We’ve seen many, many Star Wars / Calvin and Hobbes mashups in the past, but Brian Kesinger‘s versions are certainly better than most. That might be due to the fact that he’s a story artist at Walt Disney animation studios and an artist for Marvel Comics.
Check out more illustrations from his The Force Awakens series below.
Little 6-year-old Owen Lake accidentally left behind his Hobbes stuffed animal at Tampa International Airport before a flight to Houston. This might sound like the start to a very sad story, but the airport personnel took Hobbes on a grand adventure while waiting for Owen’s return to the airport. He got back his precious Hobbes, and he also received a photo album showing all all the awesome things Hobbes did while they were apart.
See more pictures after the break.
Calvin of Calvin and Hobbes kept busy during the winter by building snowmen. His creations weren’t of the friendly Frosty the Snowman variety though, they were a little more morbid. He lobotomized them, made it look like they were hit by cars – you get the idea. When artist Sean Daigle had to face his first Thanksgiving alone this year, he decided to use the free time to re-create those memorable scenes illustrated by Bill Watterson with massive wood sculptures – some of them are 7 feet long!
He ended up making several of them, and I’m positive that the resident of Austin, Texas, will have the best holiday decorations in the city.
See more of Daigle’s snowmen after the break.
This beautiful piece features Calvin and Hobbes careening down a hill in their little red wagon. It was a commissioned piece that was hand sculpted and painted by Emily Coleman. It measures 8″ tall and took her 25 hours to complete, which seems surprisingly short given the detail on the finished figure.
Calvin of Bill Watterson’s Calvin and Hobbes spent a fair amount of his time wrecking things. You’re going to break a few lamps when you’re running around the house being chased by a tiger – it happens. Matt J. Michel, editor of the the parody science journal Proceedings of the Natural Institute of Science, put his free time to good use and estimated just how much it would cost to cover damages when raising a kid like Calvin.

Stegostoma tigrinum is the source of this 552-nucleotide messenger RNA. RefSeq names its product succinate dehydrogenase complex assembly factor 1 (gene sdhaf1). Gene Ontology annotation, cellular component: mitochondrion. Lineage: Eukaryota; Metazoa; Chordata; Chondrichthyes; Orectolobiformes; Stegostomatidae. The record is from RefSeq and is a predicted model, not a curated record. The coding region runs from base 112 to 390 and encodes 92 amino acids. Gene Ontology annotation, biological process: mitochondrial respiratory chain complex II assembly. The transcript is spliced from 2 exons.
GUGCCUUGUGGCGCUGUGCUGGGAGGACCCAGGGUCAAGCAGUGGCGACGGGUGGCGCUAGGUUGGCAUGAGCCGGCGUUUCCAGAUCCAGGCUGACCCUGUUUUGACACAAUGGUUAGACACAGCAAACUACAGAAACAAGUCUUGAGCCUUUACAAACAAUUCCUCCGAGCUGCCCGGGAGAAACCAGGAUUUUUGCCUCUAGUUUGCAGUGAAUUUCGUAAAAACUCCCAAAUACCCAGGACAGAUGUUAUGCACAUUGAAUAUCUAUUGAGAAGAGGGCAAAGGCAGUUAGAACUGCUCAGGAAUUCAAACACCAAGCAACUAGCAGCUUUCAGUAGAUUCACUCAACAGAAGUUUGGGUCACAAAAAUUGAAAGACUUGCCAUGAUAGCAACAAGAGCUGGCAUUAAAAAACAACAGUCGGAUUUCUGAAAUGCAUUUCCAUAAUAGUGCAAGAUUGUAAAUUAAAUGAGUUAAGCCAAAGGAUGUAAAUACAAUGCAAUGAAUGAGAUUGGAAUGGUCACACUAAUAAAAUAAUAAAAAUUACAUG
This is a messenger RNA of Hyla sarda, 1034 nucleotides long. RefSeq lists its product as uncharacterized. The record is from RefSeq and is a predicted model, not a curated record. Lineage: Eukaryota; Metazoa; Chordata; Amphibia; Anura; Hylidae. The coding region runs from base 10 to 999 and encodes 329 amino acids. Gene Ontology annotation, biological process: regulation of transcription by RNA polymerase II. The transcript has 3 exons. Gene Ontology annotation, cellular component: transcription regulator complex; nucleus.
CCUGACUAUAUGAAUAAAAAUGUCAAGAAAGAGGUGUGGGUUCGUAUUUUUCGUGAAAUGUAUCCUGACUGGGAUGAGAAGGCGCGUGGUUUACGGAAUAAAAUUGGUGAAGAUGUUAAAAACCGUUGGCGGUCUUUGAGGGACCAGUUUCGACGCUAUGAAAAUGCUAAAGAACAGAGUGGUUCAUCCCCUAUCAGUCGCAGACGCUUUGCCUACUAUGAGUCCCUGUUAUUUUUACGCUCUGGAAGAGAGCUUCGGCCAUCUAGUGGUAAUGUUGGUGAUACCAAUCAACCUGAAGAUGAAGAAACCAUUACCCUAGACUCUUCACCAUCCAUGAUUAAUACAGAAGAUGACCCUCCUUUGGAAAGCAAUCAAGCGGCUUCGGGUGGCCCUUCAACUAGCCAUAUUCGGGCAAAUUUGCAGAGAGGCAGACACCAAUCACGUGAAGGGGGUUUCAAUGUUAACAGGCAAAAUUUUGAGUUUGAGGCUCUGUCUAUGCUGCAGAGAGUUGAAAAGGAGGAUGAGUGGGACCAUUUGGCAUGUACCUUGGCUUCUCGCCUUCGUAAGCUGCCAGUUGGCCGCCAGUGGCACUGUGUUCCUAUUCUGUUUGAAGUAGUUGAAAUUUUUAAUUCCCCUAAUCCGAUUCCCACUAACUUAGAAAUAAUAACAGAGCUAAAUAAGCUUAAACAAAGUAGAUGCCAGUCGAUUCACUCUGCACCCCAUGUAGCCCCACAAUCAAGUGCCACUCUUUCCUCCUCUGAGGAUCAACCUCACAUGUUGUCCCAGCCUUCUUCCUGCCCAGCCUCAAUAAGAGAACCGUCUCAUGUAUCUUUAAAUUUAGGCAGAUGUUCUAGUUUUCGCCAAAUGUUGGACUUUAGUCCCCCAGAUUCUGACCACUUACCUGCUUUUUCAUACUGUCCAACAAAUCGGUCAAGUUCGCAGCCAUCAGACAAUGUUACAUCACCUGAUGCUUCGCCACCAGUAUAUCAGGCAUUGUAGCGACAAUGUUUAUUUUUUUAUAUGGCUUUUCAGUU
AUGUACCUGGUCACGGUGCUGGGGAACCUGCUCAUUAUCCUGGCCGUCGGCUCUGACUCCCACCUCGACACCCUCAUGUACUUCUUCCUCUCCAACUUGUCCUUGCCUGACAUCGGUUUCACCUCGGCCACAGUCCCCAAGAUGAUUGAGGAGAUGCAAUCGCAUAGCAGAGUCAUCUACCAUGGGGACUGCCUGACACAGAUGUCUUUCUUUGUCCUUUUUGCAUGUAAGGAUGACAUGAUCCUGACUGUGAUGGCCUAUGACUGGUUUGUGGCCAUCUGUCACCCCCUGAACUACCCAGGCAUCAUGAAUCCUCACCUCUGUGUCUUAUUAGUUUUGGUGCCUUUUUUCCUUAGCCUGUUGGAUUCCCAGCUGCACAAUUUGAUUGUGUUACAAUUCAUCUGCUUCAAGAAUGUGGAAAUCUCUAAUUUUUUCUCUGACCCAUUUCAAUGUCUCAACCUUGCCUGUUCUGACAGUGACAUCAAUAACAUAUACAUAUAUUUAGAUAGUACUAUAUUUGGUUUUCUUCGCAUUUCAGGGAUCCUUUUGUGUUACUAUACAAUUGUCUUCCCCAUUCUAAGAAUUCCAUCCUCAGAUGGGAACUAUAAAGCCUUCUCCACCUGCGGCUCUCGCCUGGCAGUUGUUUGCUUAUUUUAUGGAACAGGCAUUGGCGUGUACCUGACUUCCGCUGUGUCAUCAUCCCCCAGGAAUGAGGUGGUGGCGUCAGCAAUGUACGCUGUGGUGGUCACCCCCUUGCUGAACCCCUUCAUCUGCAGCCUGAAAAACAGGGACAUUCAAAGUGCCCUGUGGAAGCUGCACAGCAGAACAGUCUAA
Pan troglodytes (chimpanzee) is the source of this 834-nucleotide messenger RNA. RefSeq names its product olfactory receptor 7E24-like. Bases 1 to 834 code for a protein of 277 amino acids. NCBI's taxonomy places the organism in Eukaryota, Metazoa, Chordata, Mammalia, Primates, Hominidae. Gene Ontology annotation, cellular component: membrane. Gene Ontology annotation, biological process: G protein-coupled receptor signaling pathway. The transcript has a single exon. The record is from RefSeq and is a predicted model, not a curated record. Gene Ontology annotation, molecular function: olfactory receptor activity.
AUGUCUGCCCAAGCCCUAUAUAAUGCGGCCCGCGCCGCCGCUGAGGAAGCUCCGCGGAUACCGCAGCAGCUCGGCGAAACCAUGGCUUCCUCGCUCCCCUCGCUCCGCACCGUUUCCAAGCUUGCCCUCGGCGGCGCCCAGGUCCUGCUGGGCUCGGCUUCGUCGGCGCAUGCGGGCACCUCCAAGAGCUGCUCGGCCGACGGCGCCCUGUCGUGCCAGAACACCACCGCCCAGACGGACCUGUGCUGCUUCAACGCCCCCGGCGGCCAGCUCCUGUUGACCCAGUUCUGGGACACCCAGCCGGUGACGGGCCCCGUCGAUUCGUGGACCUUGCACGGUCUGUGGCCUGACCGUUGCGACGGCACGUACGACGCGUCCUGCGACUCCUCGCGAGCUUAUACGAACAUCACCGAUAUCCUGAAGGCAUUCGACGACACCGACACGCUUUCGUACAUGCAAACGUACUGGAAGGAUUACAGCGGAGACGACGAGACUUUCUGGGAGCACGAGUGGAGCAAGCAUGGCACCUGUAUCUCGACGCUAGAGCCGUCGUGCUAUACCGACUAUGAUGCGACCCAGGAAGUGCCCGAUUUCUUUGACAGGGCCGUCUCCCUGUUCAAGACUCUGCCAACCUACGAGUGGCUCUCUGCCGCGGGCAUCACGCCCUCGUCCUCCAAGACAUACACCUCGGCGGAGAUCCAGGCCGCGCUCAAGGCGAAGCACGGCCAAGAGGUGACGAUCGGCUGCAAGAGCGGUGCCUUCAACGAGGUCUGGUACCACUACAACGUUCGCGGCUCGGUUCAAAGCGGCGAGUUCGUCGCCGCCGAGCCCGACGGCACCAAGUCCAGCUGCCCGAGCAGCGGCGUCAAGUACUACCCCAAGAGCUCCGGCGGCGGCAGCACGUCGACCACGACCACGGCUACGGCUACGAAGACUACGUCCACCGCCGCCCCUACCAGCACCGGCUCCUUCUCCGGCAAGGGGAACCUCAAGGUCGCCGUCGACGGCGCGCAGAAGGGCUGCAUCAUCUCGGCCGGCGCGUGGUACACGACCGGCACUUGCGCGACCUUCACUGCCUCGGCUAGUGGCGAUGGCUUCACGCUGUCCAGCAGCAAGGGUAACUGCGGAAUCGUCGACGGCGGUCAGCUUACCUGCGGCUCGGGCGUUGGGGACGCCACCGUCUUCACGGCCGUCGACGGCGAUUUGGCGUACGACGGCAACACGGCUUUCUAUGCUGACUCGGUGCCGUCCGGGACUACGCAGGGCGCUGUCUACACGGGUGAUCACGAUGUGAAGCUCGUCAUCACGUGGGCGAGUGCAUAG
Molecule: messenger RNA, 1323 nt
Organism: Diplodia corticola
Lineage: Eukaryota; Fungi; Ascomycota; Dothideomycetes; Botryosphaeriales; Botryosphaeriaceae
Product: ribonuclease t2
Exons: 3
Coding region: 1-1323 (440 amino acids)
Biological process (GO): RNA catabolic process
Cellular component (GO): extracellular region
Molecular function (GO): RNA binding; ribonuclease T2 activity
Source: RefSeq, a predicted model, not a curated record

He went through every published comic and noted every instance where Calvin did damage on the page or when someone referenced damage Calvin caused. Michel then went to Amazon.com to look for the costs of comparable items. In the end, it was over $15,000. His results:
In total, Calvin caused an estimated $15,955.50 worth of damage over the duration of the comic strip (Figure 1). Damage ranged from a broken glass jar ($2 from amazon.com) to a flooded house ($4,798.83 from homewyse.com). Taking into account Watterson’s sabbaticals (see Figure 1) and the November start to the comics, Calvin caused $1,850.55 of damage per year. For context, the USDA estimates that middle-income families spend an estimated $1,750 per year on child care and education for 6 year-olds. In fact, the amount of damage caused by Calvin would rank 4th out of the USDA’s categories in annual expenditures, behind Housing, Food, and Transportation, and ahead of Education, Miscellaneous, Health Care, and Clothing.
Read the full report at PNIS. By the way, read that acronym slowly. Then skip around their site and note the sections called “HARD” and “SOFD.” Other articles on the site include “Assessment of the frequency with which men think of things: chicken wings” and “A Shakespearean translation of the last rap battle in 8 Mile, with a subsequent analysis of its quality.”
Calvin & Hobbes fans will no doubt be super impressed by this embroidered scene created by Redditor lhartrich. She made the piece for her son’s birthday and says it’s the most detailed work she’s ever tackled. Basically, she made a copy of an illustration on the back of a Calvin & Hobbes book, transferred it to fabric, and filled in the color with DMC floss. The embroidery floss colors didn’t match the original art one hundred percent, but it was close enough.
Though the Calvin & Hobbes piece isn’t for sale, you can check out more Laura’s work (and maybe even make a custom request) in her Etsy shop, Tiny Scissor Times.